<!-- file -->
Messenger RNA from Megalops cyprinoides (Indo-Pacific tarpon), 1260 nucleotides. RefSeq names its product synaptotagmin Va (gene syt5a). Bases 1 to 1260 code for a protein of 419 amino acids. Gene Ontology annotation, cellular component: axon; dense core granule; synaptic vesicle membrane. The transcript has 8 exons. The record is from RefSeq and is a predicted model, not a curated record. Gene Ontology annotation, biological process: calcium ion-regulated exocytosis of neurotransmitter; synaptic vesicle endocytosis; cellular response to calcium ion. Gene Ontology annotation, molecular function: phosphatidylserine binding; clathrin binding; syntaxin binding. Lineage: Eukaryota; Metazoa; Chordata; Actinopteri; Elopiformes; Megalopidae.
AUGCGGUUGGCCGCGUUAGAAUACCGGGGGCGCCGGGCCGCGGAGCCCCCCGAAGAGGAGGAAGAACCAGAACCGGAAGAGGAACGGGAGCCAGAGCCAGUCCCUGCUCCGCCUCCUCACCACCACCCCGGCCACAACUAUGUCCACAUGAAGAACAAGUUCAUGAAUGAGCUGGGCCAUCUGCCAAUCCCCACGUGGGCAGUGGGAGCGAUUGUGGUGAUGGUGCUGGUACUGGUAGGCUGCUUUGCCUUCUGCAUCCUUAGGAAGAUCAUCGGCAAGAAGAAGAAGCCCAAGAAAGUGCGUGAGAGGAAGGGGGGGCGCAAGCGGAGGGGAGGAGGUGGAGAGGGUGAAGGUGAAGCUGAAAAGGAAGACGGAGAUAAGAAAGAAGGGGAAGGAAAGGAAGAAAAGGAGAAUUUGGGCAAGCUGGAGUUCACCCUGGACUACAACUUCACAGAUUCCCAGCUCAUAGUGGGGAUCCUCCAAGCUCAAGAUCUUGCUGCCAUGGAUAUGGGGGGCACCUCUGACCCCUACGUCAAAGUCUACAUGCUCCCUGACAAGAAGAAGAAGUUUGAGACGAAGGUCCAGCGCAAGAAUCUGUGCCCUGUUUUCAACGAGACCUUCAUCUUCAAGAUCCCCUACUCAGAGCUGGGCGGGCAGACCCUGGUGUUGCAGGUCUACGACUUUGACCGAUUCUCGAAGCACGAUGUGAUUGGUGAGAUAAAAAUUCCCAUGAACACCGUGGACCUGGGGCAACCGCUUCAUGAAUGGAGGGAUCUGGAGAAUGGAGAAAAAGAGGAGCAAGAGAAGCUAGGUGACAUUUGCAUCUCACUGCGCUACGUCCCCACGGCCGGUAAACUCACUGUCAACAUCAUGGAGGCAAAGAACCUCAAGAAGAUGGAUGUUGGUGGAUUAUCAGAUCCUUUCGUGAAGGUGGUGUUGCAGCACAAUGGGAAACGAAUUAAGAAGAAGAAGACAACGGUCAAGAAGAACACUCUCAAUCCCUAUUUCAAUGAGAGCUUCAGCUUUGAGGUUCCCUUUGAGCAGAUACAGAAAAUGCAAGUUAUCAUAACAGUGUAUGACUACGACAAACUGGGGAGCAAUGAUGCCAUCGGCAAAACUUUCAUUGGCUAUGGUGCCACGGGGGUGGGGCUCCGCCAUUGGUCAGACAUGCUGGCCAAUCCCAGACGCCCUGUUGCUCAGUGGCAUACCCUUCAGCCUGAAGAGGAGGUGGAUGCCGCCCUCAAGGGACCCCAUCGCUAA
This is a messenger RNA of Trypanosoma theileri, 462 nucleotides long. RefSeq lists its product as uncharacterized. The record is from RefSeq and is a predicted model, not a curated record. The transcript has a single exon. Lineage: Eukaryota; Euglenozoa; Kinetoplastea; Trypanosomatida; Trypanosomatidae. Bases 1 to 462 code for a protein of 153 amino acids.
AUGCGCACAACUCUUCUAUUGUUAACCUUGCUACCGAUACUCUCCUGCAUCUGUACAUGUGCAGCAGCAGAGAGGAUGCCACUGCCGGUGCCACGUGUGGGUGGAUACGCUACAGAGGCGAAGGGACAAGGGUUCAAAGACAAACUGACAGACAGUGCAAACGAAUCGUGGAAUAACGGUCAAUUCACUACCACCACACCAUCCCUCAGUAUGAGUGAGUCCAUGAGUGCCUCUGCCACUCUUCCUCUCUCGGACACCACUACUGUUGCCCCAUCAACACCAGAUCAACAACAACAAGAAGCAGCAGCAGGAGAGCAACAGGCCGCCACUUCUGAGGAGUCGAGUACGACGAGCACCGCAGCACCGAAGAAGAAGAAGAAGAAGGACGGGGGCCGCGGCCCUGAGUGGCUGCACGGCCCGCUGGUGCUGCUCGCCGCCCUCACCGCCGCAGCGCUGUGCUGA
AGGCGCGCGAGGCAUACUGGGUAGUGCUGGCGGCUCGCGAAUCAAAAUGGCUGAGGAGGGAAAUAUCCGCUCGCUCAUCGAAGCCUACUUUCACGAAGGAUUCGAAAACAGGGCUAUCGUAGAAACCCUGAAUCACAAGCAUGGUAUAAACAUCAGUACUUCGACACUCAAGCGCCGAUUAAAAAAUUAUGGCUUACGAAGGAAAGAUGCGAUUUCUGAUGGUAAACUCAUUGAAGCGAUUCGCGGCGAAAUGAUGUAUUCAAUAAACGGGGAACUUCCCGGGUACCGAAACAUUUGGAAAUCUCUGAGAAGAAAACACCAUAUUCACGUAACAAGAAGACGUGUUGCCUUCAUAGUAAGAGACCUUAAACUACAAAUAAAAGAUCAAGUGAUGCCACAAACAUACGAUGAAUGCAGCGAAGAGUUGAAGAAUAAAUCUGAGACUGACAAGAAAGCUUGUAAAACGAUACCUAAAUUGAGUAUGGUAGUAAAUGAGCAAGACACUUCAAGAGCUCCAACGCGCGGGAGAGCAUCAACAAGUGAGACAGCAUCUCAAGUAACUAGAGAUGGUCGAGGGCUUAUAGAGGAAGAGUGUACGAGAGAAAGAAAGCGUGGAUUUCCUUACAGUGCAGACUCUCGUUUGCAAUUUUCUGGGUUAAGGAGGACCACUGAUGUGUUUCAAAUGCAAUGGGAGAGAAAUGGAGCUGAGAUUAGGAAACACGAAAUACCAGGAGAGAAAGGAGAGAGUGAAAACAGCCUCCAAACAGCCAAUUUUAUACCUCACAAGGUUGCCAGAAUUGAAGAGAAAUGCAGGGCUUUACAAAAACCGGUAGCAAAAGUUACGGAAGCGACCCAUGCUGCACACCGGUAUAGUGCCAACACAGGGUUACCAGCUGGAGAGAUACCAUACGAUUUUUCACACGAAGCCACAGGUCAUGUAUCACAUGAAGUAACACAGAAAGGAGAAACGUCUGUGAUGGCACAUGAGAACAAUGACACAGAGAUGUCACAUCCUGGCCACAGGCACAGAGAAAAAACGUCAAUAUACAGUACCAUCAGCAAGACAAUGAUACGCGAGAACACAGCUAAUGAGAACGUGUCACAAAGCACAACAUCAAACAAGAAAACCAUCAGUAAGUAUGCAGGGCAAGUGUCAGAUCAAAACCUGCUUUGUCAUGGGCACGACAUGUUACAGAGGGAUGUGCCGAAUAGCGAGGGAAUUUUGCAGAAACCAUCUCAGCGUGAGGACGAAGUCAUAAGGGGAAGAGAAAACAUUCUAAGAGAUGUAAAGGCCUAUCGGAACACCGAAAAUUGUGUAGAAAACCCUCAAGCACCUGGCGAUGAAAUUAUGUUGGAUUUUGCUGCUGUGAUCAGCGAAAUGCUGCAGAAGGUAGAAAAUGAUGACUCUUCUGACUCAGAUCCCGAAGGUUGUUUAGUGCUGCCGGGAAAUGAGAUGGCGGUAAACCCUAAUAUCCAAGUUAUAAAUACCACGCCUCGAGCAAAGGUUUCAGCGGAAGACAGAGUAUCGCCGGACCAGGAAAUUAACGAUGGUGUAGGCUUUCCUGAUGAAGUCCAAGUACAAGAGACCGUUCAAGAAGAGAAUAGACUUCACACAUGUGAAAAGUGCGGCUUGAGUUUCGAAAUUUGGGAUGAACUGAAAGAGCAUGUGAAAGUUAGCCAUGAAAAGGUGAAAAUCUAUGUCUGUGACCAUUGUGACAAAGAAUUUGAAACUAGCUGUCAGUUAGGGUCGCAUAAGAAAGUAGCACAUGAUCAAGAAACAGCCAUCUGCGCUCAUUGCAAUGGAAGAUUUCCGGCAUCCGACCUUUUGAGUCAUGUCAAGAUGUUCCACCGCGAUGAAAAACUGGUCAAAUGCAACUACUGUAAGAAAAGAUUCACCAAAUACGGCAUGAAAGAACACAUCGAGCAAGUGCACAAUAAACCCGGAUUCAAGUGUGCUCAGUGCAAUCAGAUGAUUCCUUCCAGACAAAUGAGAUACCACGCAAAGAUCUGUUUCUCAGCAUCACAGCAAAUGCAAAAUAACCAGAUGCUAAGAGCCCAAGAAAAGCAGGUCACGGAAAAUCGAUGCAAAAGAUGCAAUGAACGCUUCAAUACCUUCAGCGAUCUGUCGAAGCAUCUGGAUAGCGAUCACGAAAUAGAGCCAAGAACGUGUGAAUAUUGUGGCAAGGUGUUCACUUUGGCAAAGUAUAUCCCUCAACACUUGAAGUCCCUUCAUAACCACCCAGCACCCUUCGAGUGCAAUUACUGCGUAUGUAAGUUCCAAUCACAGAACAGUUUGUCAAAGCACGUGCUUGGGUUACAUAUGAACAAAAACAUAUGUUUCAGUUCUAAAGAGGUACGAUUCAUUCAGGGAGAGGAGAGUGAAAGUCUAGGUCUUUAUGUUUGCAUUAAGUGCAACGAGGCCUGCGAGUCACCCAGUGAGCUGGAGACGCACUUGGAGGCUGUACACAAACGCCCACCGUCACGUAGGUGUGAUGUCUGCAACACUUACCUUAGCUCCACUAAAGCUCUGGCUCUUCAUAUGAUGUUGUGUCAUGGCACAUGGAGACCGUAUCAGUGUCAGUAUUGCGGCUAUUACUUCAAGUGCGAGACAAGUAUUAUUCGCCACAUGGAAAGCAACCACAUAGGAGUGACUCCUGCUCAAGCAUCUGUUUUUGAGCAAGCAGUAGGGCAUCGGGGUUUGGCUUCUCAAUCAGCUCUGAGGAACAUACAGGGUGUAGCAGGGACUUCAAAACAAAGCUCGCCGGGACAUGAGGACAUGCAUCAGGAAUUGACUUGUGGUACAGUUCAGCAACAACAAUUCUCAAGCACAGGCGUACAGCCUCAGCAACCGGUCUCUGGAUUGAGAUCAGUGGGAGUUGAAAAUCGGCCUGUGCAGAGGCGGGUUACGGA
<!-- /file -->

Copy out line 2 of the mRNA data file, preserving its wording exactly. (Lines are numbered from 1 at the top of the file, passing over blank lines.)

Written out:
AUGCGGUUGGCCGCGUUAGAAUACCGGGGGCGCCGGGCCGCGGAGCCCCCCGAAGAGGAGGAAGAACCAGAACCGGAAGAGGAACGGGAGCCAGAGCCAGUCCCUGCUCCGCCUCCUCACCACCACCCCGGCCACAACUAUGUCCACAUGAAGAACAAGUUCAUGAAUGAGCUGGGCCAUCUGCCAAUCCCCACGUGGGCAGUGGGAGCGAUUGUGGUGAUGGUGCUGGUACUGGUAGGCUGCUUUGCCUUCUGCAUCCUUAGGAAGAUCAUCGGCAAGAAGAAGAAGCCCAAGAAAGUGCGUGAGAGGAAGGGGGGGCGCAAGCGGAGGGGAGGAGGUGGAGAGGGUGAAGGUGAAGCUGAAAAGGAAGACGGAGAUAAGAAAGAAGGGGAAGGAAAGGAAGAAAAGGAGAAUUUGGGCAAGCUGGAGUUCACCCUGGACUACAACUUCACAGAUUCCCAGCUCAUAGUGGGGAUCCUCCAAGCUCAAGAUCUUGCUGCCAUGGAUAUGGGGGGCACCUCUGACCCCUACGUCAAAGUCUACAUGCUCCCUGACAAGAAGAAGAAGUUUGAGACGAAGGUCCAGCGCAAGAAUCUGUGCCCUGUUUUCAACGAGACCUUCAUCUUCAAGAUCCCCUACUCAGAGCUGGGCGGGCAGACCCUGGUGUUGCAGGUCUACGACUUUGACCGAUUCUCGAAGCACGAUGUGAUUGGUGAGAUAAAAAUUCCCAUGAACACCGUGGACCUGGGGCAACCGCUUCAUGAAUGGAGGGAUCUGGAGAAUGGAGAAAAAGAGGAGCAAGAGAAGCUAGGUGACAUUUGCAUCUCACUGCGCUACGUCCCCACGGCCGGUAAACUCACUGUCAACAUCAUGGAGGCAAAGAACCUCAAGAAGAUGGAUGUUGGUGGAUUAUCAGAUCCUUUCGUGAAGGUGGUGUUGCAGCACAAUGGGAAACGAAUUAAGAAGAAGAAGACAACGGUCAAGAAGAACACUCUCAAUCCCUAUUUCAAUGAGAGCUUCAGCUUUGAGGUUCCCUUUGAGCAGAUACAGAAAAUGCAAGUUAUCAUAACAGUGUAUGACUACGACAAACUGGGGAGCAAUGAUGCCAUCGGCAAAACUUUCAUUGGCUAUGGUGCCACGGGGGUGGGGCUCCGCCAUUGGUCAGACAUGCUGGCCAAUCCCAGACGCCCUGUUGCUCAGUGGCAUACCCUUCAGCCUGAAGAGGAGGUGGAUGCCGCCCUCAAGGGACCCCAUCGCUAA